On subsequent flights, I started to really enjoy what the Yak-55M was capable of. Quick rolls are very axial, point rolls can be performed very precisely and slow rolls only require small inputs from rudder and elevator to keep the fuselage tracking straight throughout the maneuver. I found my self constantly over correcting as I tried to perform precise maneuvers and realized that the Yak-55M only needs the slightest touch. Even against a fairly strong 10-15mph wind, the Yak-55M flew very straight and precise and did not get thrown around like a smaller electric would. Knife edge flight had very little coupling towards the canopy which I easily mixed out and it was a true pleasure to fly the Yak-55M on its side all across the runway with nothing but the rudder.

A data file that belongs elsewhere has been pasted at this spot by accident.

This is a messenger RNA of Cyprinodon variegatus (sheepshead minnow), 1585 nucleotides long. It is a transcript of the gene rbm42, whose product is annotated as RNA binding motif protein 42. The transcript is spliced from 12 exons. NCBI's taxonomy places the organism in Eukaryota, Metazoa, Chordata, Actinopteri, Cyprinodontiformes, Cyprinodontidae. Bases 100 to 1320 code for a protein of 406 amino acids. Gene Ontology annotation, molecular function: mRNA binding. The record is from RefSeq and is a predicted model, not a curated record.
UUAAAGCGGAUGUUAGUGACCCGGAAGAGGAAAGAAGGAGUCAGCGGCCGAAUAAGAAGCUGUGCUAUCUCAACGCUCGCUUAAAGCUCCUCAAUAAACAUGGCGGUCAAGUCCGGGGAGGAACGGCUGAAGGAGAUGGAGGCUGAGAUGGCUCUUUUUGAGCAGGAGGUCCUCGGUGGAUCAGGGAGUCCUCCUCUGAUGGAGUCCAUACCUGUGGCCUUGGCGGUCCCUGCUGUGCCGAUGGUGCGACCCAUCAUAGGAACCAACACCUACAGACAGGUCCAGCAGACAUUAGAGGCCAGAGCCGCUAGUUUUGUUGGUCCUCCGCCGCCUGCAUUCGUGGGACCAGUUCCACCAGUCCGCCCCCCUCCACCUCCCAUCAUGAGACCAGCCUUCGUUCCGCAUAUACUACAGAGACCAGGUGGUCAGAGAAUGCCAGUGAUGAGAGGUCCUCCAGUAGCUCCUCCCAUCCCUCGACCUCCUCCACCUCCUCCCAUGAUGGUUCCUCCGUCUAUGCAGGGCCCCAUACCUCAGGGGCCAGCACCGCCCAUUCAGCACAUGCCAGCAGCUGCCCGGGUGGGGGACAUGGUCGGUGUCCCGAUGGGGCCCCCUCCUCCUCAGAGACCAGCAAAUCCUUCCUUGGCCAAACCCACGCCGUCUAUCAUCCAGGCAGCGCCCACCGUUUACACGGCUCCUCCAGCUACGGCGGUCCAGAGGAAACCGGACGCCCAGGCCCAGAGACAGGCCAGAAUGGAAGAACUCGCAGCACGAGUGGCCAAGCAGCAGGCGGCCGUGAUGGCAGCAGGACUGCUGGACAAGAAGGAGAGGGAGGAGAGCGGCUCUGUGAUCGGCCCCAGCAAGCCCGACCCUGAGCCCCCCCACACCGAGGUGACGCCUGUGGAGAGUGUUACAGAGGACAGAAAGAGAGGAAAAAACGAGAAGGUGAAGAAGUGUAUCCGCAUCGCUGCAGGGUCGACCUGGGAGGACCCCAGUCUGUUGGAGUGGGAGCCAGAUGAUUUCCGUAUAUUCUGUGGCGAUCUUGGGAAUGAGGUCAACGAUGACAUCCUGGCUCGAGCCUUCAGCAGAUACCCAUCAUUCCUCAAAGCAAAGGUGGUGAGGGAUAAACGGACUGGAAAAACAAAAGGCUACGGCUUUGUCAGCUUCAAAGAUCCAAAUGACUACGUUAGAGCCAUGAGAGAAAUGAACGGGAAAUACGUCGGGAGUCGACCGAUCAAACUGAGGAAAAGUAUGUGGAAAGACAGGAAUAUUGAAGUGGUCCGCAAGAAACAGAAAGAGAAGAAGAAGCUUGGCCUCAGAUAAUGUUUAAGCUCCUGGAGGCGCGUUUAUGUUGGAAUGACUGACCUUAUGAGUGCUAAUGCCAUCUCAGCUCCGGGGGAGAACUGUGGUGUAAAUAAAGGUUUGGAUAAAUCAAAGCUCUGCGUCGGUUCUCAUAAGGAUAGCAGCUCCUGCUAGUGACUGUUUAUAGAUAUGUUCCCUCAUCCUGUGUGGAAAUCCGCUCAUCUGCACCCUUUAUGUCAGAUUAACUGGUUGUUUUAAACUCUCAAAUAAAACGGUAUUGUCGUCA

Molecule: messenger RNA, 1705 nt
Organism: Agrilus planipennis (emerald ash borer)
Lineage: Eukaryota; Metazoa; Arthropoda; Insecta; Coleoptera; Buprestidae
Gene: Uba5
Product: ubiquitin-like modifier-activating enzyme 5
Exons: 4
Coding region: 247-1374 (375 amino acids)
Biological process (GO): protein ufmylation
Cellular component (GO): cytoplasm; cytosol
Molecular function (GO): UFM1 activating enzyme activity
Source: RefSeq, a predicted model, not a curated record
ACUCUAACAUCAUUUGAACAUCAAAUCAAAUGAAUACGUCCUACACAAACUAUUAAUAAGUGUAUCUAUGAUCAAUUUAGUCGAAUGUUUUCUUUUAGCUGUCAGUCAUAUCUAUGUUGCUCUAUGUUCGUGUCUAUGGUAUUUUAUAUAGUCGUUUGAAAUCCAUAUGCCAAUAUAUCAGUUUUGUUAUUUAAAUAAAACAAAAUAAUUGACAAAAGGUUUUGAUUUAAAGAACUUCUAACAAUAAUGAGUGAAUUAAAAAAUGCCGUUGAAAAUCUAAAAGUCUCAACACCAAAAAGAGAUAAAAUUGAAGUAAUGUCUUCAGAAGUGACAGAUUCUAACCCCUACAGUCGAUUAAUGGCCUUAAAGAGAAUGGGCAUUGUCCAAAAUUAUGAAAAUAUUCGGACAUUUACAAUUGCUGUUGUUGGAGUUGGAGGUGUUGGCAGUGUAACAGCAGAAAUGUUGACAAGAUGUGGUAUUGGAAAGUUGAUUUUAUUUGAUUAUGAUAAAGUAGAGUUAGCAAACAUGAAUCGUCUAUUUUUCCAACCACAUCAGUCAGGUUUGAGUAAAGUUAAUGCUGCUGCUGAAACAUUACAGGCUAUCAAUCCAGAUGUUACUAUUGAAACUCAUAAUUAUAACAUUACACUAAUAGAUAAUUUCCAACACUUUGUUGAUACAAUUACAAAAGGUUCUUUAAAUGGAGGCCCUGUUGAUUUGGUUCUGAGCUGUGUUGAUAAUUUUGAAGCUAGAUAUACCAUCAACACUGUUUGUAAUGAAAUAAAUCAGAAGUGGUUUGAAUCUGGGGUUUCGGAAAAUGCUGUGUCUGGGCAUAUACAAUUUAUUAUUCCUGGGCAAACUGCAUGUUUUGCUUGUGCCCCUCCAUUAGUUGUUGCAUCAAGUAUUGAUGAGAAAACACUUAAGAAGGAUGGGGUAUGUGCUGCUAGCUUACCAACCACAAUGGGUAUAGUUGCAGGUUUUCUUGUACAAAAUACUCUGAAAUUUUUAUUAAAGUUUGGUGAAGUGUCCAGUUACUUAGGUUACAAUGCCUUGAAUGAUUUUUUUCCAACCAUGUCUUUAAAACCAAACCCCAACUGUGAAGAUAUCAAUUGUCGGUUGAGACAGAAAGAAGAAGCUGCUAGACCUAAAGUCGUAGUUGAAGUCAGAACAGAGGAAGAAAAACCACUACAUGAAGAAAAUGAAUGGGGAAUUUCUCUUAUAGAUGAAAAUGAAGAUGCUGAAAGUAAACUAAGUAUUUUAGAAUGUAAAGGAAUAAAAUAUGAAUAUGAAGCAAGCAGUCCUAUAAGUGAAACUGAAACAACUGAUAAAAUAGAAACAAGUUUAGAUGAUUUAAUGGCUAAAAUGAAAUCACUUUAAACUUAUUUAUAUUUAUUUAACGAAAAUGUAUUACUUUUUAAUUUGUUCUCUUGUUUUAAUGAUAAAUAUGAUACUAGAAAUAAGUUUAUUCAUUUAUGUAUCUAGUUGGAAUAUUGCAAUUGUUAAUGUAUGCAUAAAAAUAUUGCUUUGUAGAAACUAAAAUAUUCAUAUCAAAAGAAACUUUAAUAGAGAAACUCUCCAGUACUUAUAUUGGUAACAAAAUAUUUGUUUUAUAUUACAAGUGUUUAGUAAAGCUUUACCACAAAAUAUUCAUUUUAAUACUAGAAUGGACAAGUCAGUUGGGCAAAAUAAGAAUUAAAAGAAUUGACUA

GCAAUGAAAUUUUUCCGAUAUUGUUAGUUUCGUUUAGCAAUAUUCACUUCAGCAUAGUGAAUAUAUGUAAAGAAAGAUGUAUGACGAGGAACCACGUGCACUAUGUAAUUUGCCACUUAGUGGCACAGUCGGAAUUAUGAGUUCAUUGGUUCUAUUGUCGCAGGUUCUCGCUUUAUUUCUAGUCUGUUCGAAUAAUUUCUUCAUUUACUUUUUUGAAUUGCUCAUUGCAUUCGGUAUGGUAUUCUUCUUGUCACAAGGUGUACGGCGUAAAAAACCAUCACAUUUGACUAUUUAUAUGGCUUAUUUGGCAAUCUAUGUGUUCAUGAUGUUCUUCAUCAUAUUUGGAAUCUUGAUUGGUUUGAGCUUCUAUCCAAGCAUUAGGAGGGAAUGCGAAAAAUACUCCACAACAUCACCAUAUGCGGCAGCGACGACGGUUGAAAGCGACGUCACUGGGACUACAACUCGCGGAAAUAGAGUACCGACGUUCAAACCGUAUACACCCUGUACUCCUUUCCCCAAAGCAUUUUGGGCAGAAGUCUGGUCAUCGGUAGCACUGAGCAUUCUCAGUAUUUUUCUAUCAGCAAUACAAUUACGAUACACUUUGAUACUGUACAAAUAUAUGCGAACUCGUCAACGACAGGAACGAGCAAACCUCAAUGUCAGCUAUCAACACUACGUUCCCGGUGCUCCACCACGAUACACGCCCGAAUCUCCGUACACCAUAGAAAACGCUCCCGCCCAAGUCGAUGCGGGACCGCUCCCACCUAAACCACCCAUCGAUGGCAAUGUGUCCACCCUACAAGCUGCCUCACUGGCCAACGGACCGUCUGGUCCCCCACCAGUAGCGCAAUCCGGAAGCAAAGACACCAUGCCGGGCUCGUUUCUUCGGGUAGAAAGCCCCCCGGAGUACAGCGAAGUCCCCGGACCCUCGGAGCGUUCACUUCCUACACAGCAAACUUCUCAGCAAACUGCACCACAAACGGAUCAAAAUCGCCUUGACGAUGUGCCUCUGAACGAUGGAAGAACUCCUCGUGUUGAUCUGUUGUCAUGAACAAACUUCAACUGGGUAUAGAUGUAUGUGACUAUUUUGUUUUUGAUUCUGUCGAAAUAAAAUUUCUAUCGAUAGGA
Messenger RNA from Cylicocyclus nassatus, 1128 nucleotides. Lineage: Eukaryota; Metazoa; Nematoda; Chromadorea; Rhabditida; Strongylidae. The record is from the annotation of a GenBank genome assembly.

Even though there is a reference to 3D rates in the manual, the Yak-55M is not a 3D airframe. I was however able to end up performing some very nice rolling harriers which especially looked good coming out of fast rolling circles. The limited throw on the rudder and the speed of the S3150 servos limit the amount of hoverbatics that Yak-55M can perform but again, that is not what this airframe was designed for. The Yak-55M also allows you to perform some very nice avalanches. 

    That day, we also had our friend Robert show up who is one of the better IMAC pilots that I know. I handed him control of the Yak-55M and let him take her up for three flights. It was a pleasure to watch Robert fly the Yak-55M as it was meant to be flown, fast and precise. Robert also commented on how precise the airframe allowed him to perform vertical climbs and rolls. Robert also performed some of the best looking flat turns I've seen being flown on a small electric while alternating from upright to inverted which unfortunately did not make it in the video.